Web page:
The Decline and Fall of Evelyn Waugh
Evelyn Waugh (1903-1966) was an English writer of novels, biographies and travel books. His most famous works include the early satires Decline and Fall (1928) and A Handful of Dust (1934), the novel Brideshead Revisited (1945) and the Second World War trilogy Sword of Honour (1952–61). Waugh is recognised as one of the great prose stylists of the English language in the 20th century.
The son of a publisher, Waugh was educated at Lancing College and then at Hertford College, Oxford, and briefly worked as a schoolmaster before he became a full-time writer. As a young man, he acquired many fashionable and aristocratic friends, and developed a taste for country house society. In the 1930s, he travelled extensively, often as a special newspaper correspondent in which capacity he reported from Abyssinia at the time of the 1935 Italian invasion. He served in the British armed forces throughout the Second World War (1939–1945), first in the Royal Marines and then in the Royal Horse Guards. He was a perceptive writer who used the experiences and the wide range of people he encountered in his works of fiction, generally to humorous effect.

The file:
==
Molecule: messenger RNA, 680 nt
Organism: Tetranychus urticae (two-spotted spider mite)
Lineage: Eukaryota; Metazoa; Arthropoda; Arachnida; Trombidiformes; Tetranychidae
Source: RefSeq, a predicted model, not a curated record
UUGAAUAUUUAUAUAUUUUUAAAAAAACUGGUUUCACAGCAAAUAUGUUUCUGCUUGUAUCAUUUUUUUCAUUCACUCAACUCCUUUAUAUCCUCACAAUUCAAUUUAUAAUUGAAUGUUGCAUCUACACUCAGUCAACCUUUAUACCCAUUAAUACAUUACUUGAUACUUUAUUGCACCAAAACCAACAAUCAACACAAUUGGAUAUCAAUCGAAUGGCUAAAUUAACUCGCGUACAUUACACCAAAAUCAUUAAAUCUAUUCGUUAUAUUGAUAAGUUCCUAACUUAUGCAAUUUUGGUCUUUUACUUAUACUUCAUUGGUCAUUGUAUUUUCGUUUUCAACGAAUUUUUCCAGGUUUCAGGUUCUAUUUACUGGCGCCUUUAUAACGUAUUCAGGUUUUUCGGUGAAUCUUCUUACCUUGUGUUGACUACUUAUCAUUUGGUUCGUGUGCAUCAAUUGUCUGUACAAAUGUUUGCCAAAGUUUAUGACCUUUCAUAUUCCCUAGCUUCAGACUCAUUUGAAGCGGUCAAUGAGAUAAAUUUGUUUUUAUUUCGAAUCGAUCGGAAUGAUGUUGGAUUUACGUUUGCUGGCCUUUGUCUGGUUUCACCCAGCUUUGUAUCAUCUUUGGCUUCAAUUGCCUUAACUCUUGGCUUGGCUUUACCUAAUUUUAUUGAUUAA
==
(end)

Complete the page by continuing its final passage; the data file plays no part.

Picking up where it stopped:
He wrote drafts in ink on lined paper. He wrote quickly as he needed to make time for a hectic social life.
Well, that’s me buggered then!